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Tesla's autopilot lets cars change lanes themselves

Published 15/10/2015

Elon Musk with the Model X car at the Tesla headquarters in Fremont, California. (AP)
Elon Musk with the Model X car at the Tesla headquarters in Fremont, California. (AP)
Elon Musk with the Model X car at the Tesla headquarters in Fremont, California. (AP)
Elon Musk with the Model X car at the Tesla headquarters in Fremont, California. (AP)
Elon Musk with the Model X car at the Tesla headquarters in Fremont, California. (AP)

Electric car maker Tesla Motors is leapfrogging competitors with a new autopilot system that lets cars change lanes by themselves.

Like other semi-autonomous systems already available from Mercedes, Audi and Volvo, Tesla's system automatically keeps the car within its lane and maintains a certain distance from the car in front, both at highway speeds and on city streets.

It can find a parking spot and parallel park itself, and uses cameras and sensors to warn drivers about potential side impacts.

But analysts say the lane-changing feature is an industry first. Tesla chief executive Elon Musk said the system is also unique because it will constantly collect data from drivers and improve itself. The system will note, for example, how quickly drivers can safely navigate a particular bend in the road or where stop signs are located.

"I think this is going to be quite a profound experience for people," Mr Musk said. "It will change people's perception of the future quite drastically."

He added a word of caution: Drivers need to keep their hands on the wheel, and the autopilot system will chime to remind them if they do not. Drivers - not Tesla - will be held liable if there's a crash, Mr Musk said.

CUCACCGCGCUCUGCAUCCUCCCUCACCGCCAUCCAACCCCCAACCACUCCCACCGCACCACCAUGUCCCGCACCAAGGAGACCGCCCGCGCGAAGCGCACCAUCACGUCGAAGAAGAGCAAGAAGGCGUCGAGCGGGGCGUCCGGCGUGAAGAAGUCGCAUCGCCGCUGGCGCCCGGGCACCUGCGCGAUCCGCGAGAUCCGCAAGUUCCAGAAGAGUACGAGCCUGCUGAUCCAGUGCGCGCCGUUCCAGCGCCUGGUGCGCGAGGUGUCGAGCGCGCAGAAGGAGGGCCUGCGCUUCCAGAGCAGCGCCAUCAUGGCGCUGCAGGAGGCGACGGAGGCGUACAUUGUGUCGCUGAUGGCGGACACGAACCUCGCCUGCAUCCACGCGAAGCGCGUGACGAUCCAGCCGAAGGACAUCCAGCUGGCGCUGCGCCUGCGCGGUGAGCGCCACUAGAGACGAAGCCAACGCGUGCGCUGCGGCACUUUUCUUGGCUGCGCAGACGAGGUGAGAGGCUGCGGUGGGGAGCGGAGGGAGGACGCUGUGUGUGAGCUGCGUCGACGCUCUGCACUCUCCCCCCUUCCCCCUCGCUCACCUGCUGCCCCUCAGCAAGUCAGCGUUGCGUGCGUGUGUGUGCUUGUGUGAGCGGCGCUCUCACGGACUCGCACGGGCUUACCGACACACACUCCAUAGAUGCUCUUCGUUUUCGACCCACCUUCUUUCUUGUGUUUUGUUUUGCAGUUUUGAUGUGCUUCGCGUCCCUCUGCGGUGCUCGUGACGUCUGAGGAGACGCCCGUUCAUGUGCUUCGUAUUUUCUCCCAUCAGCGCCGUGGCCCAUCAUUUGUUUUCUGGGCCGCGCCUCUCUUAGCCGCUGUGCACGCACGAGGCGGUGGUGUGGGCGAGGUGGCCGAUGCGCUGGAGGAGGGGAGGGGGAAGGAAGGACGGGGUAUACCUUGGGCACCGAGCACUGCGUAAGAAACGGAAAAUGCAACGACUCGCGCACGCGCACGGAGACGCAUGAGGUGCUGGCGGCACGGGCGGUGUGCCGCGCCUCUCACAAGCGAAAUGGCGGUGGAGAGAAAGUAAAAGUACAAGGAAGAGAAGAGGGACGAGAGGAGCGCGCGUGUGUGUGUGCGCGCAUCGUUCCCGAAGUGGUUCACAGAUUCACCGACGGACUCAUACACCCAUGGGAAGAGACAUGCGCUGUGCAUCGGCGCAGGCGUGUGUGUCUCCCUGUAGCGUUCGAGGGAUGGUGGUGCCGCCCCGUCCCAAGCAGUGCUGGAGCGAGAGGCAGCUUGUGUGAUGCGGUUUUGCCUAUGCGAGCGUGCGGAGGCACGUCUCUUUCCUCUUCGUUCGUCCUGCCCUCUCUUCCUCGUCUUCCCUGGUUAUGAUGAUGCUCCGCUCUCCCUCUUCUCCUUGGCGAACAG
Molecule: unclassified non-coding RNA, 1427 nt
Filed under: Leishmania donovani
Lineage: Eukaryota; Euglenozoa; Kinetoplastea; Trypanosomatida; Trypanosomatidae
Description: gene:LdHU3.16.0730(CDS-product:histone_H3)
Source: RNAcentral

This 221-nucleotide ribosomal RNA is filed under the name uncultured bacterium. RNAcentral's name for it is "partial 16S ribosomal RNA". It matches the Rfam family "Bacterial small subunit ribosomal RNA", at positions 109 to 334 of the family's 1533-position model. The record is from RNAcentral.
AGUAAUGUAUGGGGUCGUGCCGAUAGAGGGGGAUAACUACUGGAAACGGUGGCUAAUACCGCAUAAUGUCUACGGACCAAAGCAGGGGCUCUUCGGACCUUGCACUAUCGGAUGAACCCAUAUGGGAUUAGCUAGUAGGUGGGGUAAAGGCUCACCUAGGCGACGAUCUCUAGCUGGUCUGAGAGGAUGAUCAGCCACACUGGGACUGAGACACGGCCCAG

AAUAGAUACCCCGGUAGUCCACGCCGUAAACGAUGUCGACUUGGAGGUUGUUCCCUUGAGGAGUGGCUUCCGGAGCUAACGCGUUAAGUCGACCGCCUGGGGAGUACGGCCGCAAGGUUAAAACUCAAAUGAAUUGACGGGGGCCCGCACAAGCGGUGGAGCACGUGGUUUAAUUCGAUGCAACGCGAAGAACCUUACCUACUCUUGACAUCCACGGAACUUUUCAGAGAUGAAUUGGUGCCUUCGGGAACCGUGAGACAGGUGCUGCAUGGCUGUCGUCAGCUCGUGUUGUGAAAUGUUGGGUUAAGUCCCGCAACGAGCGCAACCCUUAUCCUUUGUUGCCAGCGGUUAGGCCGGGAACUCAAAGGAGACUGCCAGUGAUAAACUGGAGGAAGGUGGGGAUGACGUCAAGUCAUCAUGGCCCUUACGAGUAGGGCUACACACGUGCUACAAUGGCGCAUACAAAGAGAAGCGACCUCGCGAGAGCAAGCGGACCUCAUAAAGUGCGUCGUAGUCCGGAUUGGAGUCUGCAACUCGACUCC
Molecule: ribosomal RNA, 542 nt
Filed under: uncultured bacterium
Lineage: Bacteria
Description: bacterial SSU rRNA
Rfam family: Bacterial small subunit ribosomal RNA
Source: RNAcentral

"We're being especially cautious at this early stage, so we're advising drivers to keep their hands on the wheel just in case," he said. "The software is very new."

He said fully autonomous, hands-free driving is still at least three years away from a technical standpoint, although it will probably take regulators longer than that to allow it.

The autopilot update will be added to around 60,000 vehicles worldwide, including Model S cars made after September 2014 and Model X SUVs. Owners will get the system through a software update starting in North America. Owners in Europe and Asia will get the software update in about a week. People with Model S cars made earlier do not have the required sensors and will not be able to add them retroactively, Mr Musk said.

Only owners who paid the 2,500 dollar (£1,615) charge for the full autopilot system will be able to activate all of the autopilot features, but Mr Musk said the side-impact warning is a safety feature and will be available to everyone. For the next update, Tesla is working on having the car drive itself in and out of garages when it is summoned by the owner.

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